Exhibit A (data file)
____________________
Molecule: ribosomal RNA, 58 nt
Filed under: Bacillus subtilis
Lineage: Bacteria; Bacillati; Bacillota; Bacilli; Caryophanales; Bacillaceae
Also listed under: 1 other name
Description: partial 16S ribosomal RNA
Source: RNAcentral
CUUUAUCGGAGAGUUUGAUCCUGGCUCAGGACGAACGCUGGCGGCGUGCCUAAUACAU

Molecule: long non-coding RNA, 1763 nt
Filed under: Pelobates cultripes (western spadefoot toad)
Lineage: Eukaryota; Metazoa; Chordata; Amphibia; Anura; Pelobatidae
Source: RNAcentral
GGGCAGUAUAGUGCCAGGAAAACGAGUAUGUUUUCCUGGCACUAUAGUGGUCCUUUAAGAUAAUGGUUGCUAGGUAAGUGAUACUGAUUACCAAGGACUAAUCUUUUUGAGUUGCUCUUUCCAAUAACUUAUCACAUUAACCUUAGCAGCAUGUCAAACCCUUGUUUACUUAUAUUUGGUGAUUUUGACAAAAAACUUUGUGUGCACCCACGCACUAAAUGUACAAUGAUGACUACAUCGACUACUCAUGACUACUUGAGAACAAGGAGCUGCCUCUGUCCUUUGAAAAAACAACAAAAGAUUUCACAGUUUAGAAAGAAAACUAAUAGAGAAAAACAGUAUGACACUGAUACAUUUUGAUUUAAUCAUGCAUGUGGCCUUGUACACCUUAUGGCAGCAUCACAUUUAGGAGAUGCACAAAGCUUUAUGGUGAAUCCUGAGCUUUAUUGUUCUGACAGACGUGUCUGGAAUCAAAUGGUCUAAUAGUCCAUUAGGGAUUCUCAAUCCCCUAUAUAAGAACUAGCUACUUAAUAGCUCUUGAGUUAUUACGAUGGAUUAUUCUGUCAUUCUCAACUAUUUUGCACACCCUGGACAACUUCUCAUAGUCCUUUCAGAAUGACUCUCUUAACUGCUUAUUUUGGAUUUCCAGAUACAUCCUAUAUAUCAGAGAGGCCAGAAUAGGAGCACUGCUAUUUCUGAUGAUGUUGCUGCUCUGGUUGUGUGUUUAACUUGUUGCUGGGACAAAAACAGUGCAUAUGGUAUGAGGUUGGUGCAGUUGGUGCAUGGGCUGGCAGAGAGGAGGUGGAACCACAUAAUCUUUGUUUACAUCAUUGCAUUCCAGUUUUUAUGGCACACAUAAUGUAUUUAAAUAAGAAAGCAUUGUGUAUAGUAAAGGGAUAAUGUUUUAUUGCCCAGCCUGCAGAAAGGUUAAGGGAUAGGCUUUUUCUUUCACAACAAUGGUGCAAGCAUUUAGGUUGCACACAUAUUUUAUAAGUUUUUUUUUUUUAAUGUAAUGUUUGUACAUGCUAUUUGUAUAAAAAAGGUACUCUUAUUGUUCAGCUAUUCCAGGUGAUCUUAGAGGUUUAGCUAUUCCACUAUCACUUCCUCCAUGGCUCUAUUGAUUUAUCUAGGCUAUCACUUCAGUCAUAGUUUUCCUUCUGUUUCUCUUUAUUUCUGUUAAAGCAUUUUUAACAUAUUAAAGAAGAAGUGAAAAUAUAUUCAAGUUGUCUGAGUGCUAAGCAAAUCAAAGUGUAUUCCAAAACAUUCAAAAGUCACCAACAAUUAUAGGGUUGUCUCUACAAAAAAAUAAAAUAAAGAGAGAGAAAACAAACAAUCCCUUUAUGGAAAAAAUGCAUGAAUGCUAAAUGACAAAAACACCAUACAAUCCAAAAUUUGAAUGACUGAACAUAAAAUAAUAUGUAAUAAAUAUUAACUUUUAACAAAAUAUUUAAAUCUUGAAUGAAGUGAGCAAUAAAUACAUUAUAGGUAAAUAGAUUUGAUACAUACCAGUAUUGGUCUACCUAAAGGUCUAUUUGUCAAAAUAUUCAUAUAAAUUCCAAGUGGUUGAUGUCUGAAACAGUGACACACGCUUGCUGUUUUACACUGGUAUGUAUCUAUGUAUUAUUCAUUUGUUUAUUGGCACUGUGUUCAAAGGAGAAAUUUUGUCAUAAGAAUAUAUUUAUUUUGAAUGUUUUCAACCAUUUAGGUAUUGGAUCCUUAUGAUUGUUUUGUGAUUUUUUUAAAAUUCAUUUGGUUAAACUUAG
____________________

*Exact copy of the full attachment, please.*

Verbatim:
Molecule: ribosomal RNA, 58 nt
Filed under: Bacillus subtilis
Lineage: Bacteria; Bacillati; Bacillota; Bacilli; Caryophanales; Bacillaceae
Also listed under: 1 other name
Description: partial 16S ribosomal RNA
Source: RNAcentral
CUUUAUCGGAGAGUUUGAUCCUGGCUCAGGACGAACGCUGGCGGCGUGCCUAAUACAU

Molecule: long non-coding RNA, 1763 nt
Filed under: Pelobates cultripes (western spadefoot toad)
Lineage: Eukaryota; Metazoa; Chordata; Amphibia; Anura; Pelobatidae
Source: RNAcentral
GGGCAGUAUAGUGCCAGGAAAACGAGUAUGUUUUCCUGGCACUAUAGUGGUCCUUUAAGAUAAUGGUUGCUAGGUAAGUGAUACUGAUUACCAAGGACUAAUCUUUUUGAGUUGCUCUUUCCAAUAACUUAUCACAUUAACCUUAGCAGCAUGUCAAACCCUUGUUUACUUAUAUUUGGUGAUUUUGACAAAAAACUUUGUGUGCACCCACGCACUAAAUGUACAAUGAUGACUACAUCGACUACUCAUGACUACUUGAGAACAAGGAGCUGCCUCUGUCCUUUGAAAAAACAACAAAAGAUUUCACAGUUUAGAAAGAAAACUAAUAGAGAAAAACAGUAUGACACUGAUACAUUUUGAUUUAAUCAUGCAUGUGGCCUUGUACACCUUAUGGCAGCAUCACAUUUAGGAGAUGCACAAAGCUUUAUGGUGAAUCCUGAGCUUUAUUGUUCUGACAGACGUGUCUGGAAUCAAAUGGUCUAAUAGUCCAUUAGGGAUUCUCAAUCCCCUAUAUAAGAACUAGCUACUUAAUAGCUCUUGAGUUAUUACGAUGGAUUAUUCUGUCAUUCUCAACUAUUUUGCACACCCUGGACAACUUCUCAUAGUCCUUUCAGAAUGACUCUCUUAACUGCUUAUUUUGGAUUUCCAGAUACAUCCUAUAUAUCAGAGAGGCCAGAAUAGGAGCACUGCUAUUUCUGAUGAUGUUGCUGCUCUGGUUGUGUGUUUAACUUGUUGCUGGGACAAAAACAGUGCAUAUGGUAUGAGGUUGGUGCAGUUGGUGCAUGGGCUGGCAGAGAGGAGGUGGAACCACAUAAUCUUUGUUUACAUCAUUGCAUUCCAGUUUUUAUGGCACACAUAAUGUAUUUAAAUAAGAAAGCAUUGUGUAUAGUAAAGGGAUAAUGUUUUAUUGCCCAGCCUGCAGAAAGGUUAAGGGAUAGGCUUUUUCUUUCACAACAAUGGUGCAAGCAUUUAGGUUGCACACAUAUUUUAUAAGUUUUUUUUUUUUAAUGUAAUGUUUGUACAUGCUAUUUGUAUAAAAAAGGUACUCUUAUUGUUCAGCUAUUCCAGGUGAUCUUAGAGGUUUAGCUAUUCCACUAUCACUUCCUCCAUGGCUCUAUUGAUUUAUCUAGGCUAUCACUUCAGUCAUAGUUUUCCUUCUGUUUCUCUUUAUUUCUGUUAAAGCAUUUUUAACAUAUUAAAGAAGAAGUGAAAAUAUAUUCAAGUUGUCUGAGUGCUAAGCAAAUCAAAGUGUAUUCCAAAACAUUCAAAAGUCACCAACAAUUAUAGGGUUGUCUCUACAAAAAAAUAAAAUAAAGAGAGAGAAAACAAACAAUCCCUUUAUGGAAAAAAUGCAUGAAUGCUAAAUGACAAAAACACCAUACAAUCCAAAAUUUGAAUGACUGAACAUAAAAUAAUAUGUAAUAAAUAUUAACUUUUAACAAAAUAUUUAAAUCUUGAAUGAAGUGAGCAAUAAAUACAUUAUAGGUAAAUAGAUUUGAUACAUACCAGUAUUGGUCUACCUAAAGGUCUAUUUGUCAAAAUAUUCAUAUAAAUUCCAAGUGGUUGAUGUCUGAAACAGUGACACACGCUUGCUGUUUUACACUGGUAUGUAUCUAUGUAUUAUUCAUUUGUUUAUUGGCACUGUGUUCAAAGGAGAAAUUUUGUCAUAAGAAUAUAUUUAUUUUGAAUGUUUUCAACCAUUUAGGUAUUGGAUCCUUAUGAUUGUUUUGUGAUUUUUUUAAAAUUCAUUUGGUUAAACUUAG